It is a curious feature of humanity that we tend to obsess over what we are missing rather than rejoice at what we have in plenty.

A lonely tree fighting a battle that is all but lost against an invisible enemy in a presently dry wadi bed

Norwegians are obsessed with heat, sunshine and warm water, concepts of which we have only fleeting knowledge. As a nation, we have convinced ourselves that there is such a thing as summer. Our capacity for self-deceit runs deep.

The modern Emirati is subject to the same weakness as the Norwegian. But, feeling that his quota of sunshine and heat is abundantly satisfied, the Emirati instead is obsessed with his rivers—or more appropriately his lack thereof.

Upon entering a government office in the Emirates, I was surprised to see a map almost entirely covered in blue stripes. Enquiring what these might be, I was told with great confidence and even greater indignation that these were ‘wadis’—seasonal rivers.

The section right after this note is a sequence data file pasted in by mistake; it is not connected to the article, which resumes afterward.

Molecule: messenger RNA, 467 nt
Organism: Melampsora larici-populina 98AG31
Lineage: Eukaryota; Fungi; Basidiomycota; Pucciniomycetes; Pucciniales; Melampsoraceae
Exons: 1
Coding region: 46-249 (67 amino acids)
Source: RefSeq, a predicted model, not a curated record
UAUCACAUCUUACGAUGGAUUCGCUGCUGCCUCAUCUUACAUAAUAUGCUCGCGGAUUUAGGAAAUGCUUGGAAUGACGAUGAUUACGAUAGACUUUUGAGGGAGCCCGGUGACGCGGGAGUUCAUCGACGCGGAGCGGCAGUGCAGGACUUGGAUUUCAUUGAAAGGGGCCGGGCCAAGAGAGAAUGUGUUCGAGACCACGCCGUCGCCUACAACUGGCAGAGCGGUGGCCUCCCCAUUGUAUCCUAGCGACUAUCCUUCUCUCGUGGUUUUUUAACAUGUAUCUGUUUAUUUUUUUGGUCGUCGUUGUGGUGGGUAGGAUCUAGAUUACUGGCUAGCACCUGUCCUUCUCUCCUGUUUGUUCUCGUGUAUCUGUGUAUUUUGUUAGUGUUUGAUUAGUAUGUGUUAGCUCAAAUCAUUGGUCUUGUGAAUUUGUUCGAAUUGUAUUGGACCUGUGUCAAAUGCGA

It is conceivable that there existed someone who knew less of Arabic geography than me at the time. Still, it would have taken time and determination to find such an individual.

As only the truly ignorant can, I revelled in my own incompetence. I roared with laughter at this wishful thinking on the part of the Emiratis. Rivers in Arabia—huh!

But the wadi played a significant role in society. Curiously and wonderfully, wadis were prime destinations for picnics. And out of a sheer fascination with the unusual idea of seeking out a dry river bed and taking my lunch there, I gradually came to adopt the Emiratis appreciation.

I privately kept making fun of the rivers, though. That is… until it rained.

Now, rain is not an everyday incident in the Emirates. The first two or three times it occurred, it offered little to broaden my mind concerning the wadis. A few measly drops breached the fine coat of dust on my car, and that was it.

In Norway, it could start to rain ANY day of the year, and continue uninterrupted for two weeks or more. The sort of rain that fell on the Emirates wouldn’t register by my measures.

Or so I thought until it really rained.

In mere hours, then, the wadis on which I had heaped so much scorn, turned into mighty rivers as advertised.

Lesson learned

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